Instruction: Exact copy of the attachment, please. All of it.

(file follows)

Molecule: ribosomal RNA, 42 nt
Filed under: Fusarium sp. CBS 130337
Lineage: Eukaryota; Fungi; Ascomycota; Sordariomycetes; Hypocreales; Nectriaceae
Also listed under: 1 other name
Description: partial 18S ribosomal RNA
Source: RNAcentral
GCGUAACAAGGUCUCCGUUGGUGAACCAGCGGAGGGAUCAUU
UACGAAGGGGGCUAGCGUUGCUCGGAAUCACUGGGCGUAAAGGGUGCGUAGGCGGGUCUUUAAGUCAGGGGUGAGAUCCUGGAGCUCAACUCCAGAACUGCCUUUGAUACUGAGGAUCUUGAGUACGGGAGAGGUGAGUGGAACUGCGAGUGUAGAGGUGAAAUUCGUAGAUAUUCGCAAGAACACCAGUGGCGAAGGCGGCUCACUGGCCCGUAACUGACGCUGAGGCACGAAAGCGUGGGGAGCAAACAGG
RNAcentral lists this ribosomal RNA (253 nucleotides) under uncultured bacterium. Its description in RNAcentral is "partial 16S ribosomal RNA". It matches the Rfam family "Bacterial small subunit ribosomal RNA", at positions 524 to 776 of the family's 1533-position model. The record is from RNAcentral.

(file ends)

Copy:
Molecule: ribosomal RNA, 42 nt
Filed under: Fusarium sp. CBS 130337
Lineage: Eukaryota; Fungi; Ascomycota; Sordariomycetes; Hypocreales; Nectriaceae
Also listed under: 1 other name
Description: partial 18S ribosomal RNA
Source: RNAcentral
GCGUAACAAGGUCUCCGUUGGUGAACCAGCGGAGGGAUCAUU
UACGAAGGGGGCUAGCGUUGCUCGGAAUCACUGGGCGUAAAGGGUGCGUAGGCGGGUCUUUAAGUCAGGGGUGAGAUCCUGGAGCUCAACUCCAGAACUGCCUUUGAUACUGAGGAUCUUGAGUACGGGAGAGGUGAGUGGAACUGCGAGUGUAGAGGUGAAAUUCGUAGAUAUUCGCAAGAACACCAGUGGCGAAGGCGGCUCACUGGCCCGUAACUGACGCUGAGGCACGAAAGCGUGGGGAGCAAACAGG
RNAcentral lists this ribosomal RNA (253 nucleotides) under uncultured bacterium. Its description in RNAcentral is "partial 16S ribosomal RNA". It matches the Rfam family "Bacterial small subunit ribosomal RNA", at positions 524 to 776 of the family's 1533-position model. The record is from RNAcentral.